DNA trails leading to better environmental monitoring

In 2016, academics from Imperial’s Faculty of Natural Sciences began working with the UK’s leading ecology consultancy Thomson Ecology. 

The collaboration pivots on improving the application of environmental DNA (eDNA).  These are the traces of genetic material all animals leave behind as they go about their day to day lives and which can remain from between a few weeks in water to a few centuries in soil.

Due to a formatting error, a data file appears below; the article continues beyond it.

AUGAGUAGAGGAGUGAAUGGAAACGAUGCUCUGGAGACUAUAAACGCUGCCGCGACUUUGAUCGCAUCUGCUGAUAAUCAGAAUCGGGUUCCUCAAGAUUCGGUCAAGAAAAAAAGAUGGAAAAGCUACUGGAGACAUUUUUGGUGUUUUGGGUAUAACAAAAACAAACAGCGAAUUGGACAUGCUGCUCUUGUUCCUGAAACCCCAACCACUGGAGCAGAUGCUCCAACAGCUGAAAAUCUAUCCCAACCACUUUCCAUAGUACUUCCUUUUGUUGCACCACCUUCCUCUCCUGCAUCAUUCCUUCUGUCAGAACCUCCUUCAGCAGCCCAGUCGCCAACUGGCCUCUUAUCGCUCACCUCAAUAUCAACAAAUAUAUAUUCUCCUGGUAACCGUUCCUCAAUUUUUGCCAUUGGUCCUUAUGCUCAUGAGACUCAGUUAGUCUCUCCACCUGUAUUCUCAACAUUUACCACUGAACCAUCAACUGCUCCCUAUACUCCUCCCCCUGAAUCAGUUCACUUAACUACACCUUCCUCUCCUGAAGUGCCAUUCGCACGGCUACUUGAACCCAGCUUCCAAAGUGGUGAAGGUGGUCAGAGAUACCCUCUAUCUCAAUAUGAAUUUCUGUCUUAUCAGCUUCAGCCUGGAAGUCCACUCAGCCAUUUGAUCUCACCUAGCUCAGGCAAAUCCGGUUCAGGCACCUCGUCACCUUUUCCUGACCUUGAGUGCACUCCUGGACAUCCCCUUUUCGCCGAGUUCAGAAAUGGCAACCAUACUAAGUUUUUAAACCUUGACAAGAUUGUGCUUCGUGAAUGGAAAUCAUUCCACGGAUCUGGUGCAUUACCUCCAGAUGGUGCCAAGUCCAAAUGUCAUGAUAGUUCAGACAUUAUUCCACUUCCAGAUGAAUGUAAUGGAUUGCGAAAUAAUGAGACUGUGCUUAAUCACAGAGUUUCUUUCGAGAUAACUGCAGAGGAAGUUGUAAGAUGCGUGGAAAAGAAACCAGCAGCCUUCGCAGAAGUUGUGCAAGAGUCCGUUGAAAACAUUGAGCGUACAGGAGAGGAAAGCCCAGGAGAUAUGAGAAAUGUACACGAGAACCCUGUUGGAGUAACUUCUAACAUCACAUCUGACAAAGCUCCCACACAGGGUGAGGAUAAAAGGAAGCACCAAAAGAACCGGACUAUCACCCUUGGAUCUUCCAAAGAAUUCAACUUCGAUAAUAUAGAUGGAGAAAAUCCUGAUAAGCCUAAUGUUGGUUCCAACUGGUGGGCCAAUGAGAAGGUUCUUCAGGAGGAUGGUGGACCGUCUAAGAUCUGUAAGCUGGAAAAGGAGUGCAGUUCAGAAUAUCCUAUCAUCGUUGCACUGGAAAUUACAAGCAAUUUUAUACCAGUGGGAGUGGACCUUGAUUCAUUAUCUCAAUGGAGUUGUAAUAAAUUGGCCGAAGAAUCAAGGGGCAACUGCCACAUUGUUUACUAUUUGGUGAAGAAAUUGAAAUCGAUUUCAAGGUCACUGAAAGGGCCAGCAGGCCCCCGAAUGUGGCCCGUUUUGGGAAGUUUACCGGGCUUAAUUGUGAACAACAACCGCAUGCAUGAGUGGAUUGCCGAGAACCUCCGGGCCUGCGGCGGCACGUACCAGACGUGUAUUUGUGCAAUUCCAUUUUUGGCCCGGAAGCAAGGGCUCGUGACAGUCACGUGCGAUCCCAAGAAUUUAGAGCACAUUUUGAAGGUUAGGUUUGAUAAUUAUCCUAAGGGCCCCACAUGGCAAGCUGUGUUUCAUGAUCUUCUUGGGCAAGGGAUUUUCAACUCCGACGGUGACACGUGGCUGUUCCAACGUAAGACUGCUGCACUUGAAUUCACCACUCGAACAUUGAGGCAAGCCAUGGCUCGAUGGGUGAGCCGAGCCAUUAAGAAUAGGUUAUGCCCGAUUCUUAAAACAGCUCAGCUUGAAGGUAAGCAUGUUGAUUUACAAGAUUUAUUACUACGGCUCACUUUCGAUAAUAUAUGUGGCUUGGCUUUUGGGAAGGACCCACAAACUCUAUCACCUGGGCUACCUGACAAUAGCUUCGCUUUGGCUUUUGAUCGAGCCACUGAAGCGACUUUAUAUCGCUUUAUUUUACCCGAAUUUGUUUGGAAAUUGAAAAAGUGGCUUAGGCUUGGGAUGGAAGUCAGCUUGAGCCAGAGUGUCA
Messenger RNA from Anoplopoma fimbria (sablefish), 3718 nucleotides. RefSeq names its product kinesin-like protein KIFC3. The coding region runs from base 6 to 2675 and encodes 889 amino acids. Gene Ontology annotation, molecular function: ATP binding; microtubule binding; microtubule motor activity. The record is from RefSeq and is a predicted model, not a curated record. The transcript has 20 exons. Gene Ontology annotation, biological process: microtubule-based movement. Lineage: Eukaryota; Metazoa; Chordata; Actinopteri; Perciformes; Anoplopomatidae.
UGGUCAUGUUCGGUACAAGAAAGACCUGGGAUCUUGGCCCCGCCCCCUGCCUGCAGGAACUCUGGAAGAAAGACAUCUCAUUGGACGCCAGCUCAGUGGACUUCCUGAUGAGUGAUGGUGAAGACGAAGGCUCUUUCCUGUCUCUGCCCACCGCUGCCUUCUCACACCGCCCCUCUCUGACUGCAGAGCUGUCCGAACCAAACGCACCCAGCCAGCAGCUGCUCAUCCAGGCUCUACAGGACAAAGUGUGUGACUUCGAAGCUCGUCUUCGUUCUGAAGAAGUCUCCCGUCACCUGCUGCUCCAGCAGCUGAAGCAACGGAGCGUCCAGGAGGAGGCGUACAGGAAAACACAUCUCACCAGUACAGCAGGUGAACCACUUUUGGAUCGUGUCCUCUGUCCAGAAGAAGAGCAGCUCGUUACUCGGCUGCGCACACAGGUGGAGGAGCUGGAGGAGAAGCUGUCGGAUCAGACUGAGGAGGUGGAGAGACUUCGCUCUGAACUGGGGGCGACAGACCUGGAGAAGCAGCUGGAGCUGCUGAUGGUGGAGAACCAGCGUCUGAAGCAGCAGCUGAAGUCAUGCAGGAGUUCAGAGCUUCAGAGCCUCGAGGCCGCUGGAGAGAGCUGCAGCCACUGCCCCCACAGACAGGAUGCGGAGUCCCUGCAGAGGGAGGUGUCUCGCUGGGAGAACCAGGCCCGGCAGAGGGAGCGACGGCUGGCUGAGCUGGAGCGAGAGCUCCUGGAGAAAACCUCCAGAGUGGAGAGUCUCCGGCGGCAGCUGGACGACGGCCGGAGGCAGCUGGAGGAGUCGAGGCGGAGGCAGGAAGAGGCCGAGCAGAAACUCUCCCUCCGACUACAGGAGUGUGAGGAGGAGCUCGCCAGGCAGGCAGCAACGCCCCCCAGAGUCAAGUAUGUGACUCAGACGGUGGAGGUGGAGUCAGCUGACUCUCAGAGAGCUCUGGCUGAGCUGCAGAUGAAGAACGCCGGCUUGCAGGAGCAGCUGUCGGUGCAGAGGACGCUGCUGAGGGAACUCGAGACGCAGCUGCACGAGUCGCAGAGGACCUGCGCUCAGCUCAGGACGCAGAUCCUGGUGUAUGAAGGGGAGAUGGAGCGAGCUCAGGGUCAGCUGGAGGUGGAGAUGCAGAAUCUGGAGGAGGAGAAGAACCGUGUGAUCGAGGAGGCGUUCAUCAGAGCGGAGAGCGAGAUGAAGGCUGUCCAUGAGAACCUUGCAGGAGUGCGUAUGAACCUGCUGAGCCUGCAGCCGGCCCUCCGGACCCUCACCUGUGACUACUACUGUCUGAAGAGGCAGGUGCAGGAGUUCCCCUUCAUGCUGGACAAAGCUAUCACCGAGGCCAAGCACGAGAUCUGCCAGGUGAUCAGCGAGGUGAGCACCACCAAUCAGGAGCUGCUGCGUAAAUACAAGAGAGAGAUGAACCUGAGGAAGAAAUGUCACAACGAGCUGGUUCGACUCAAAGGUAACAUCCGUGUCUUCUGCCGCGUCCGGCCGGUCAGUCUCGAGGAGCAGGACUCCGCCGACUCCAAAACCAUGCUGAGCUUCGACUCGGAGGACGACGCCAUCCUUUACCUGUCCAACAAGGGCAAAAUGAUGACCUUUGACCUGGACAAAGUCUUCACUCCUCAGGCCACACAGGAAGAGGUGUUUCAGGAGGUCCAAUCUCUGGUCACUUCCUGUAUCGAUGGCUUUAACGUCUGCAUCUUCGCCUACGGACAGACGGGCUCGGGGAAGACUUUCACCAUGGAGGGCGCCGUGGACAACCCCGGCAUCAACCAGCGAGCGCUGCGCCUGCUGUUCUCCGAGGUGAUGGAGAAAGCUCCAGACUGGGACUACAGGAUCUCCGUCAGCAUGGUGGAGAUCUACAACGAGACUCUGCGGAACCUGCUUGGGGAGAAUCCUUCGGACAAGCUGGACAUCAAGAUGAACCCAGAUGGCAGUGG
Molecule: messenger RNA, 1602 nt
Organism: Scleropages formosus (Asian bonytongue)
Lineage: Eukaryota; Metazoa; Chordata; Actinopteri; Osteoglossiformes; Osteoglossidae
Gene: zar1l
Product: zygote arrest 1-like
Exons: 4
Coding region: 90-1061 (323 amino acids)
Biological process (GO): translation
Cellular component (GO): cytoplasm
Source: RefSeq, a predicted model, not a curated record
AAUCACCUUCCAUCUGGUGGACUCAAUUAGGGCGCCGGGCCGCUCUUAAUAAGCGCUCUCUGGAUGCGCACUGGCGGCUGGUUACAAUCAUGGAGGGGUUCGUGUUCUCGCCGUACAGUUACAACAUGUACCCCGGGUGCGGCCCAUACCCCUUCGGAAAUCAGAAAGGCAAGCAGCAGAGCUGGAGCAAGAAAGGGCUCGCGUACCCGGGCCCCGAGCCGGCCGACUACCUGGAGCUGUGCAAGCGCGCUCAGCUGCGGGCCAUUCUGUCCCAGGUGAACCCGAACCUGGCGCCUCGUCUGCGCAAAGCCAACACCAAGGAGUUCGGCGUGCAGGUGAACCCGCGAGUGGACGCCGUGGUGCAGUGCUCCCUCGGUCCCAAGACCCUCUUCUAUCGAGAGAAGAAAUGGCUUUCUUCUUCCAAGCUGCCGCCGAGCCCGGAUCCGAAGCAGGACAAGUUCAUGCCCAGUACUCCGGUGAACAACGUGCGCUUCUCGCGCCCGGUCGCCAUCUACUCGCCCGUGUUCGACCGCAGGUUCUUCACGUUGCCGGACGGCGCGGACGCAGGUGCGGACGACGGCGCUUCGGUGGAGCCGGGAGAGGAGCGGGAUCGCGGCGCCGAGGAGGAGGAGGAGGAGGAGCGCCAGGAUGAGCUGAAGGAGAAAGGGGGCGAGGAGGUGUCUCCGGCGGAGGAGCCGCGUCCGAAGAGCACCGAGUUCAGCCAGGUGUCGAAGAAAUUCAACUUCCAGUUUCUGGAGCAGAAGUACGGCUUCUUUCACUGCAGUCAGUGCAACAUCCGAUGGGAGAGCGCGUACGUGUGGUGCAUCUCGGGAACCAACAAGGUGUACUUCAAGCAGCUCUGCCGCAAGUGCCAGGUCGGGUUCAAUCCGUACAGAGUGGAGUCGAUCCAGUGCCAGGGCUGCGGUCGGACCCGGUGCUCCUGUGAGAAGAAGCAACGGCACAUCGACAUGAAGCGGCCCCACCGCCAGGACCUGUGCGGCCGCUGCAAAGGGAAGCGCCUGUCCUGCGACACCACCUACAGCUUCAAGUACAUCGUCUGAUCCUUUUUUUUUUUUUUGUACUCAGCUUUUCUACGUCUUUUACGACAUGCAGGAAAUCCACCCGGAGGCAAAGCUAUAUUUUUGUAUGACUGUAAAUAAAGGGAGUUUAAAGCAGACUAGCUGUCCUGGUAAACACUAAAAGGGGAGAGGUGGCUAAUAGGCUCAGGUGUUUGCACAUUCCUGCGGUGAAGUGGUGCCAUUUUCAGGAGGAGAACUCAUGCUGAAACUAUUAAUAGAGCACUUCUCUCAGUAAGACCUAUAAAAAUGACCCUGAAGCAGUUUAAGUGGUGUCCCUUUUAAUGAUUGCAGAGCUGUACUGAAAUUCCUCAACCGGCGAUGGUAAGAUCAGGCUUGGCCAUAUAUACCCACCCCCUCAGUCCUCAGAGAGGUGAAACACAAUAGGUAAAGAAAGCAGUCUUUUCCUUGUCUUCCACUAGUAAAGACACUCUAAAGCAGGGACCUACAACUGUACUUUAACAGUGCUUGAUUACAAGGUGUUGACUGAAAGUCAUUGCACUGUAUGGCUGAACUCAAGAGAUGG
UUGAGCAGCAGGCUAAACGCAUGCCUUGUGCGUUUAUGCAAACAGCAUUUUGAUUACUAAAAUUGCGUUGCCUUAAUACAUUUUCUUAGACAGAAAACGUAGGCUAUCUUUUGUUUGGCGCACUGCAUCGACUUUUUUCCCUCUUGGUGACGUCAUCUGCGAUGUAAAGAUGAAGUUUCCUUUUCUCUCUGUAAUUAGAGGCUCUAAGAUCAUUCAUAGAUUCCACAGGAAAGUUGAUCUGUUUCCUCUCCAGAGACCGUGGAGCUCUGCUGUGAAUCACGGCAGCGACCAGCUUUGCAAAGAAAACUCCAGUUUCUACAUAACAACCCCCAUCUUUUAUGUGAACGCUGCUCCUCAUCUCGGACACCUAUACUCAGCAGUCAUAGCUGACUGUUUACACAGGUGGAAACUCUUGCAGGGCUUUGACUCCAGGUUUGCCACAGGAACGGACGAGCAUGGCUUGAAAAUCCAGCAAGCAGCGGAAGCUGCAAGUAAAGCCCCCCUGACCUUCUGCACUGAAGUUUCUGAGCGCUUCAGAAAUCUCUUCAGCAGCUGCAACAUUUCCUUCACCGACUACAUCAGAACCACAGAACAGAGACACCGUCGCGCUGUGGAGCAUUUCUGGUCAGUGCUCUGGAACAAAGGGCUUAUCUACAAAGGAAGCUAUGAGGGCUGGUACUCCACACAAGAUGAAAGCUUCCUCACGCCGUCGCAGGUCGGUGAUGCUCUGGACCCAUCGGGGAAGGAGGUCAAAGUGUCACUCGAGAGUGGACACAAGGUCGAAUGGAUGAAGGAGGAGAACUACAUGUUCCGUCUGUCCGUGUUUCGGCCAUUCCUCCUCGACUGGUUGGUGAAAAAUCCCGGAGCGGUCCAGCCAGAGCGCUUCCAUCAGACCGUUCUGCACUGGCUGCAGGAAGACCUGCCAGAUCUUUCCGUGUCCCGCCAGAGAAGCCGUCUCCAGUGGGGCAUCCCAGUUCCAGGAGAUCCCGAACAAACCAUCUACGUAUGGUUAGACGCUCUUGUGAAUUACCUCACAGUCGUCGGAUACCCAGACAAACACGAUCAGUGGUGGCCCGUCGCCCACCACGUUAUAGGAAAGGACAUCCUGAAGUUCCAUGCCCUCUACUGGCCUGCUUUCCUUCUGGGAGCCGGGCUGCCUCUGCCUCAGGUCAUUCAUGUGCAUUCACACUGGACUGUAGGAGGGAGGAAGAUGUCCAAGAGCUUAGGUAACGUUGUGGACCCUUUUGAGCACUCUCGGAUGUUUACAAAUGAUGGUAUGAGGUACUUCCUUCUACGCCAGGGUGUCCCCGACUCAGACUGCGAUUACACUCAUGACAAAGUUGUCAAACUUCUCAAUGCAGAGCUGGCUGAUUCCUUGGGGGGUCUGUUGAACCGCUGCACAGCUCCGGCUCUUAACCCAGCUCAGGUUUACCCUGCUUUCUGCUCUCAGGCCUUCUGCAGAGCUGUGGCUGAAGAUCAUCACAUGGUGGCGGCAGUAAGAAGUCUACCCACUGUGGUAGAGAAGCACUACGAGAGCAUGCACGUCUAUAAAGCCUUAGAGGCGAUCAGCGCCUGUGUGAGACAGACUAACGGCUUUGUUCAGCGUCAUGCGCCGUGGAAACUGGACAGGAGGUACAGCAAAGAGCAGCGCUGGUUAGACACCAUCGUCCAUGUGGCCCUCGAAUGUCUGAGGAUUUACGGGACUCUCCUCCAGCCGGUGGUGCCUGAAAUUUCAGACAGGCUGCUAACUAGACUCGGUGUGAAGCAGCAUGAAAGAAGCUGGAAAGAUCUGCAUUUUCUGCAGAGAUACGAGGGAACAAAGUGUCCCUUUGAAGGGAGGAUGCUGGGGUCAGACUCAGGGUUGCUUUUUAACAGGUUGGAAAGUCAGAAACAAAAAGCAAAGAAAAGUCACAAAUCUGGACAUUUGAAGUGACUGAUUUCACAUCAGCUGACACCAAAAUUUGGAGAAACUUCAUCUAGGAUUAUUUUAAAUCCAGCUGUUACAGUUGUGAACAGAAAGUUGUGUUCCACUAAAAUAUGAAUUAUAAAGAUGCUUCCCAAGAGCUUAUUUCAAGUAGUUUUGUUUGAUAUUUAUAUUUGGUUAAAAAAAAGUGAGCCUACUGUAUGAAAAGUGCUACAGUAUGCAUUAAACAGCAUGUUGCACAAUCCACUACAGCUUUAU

Thomson Ecology have been specifically interested in creating protocols to assess whether different areas are home to key protected species and have begun their partnership working with Imperial academics to find innovative ways to track great crested newts using eDNA protocols. 

As well as investigating key protected species for conservation, the team are looking at using eDNA for biosecurity as an identifier of invasive species.  Ultimately the researchers hope to be able to use eDNA to profile entire ecosystems using a markedly more cost-effective and less resource-intensive technique than traditional tracking methods. 

Newts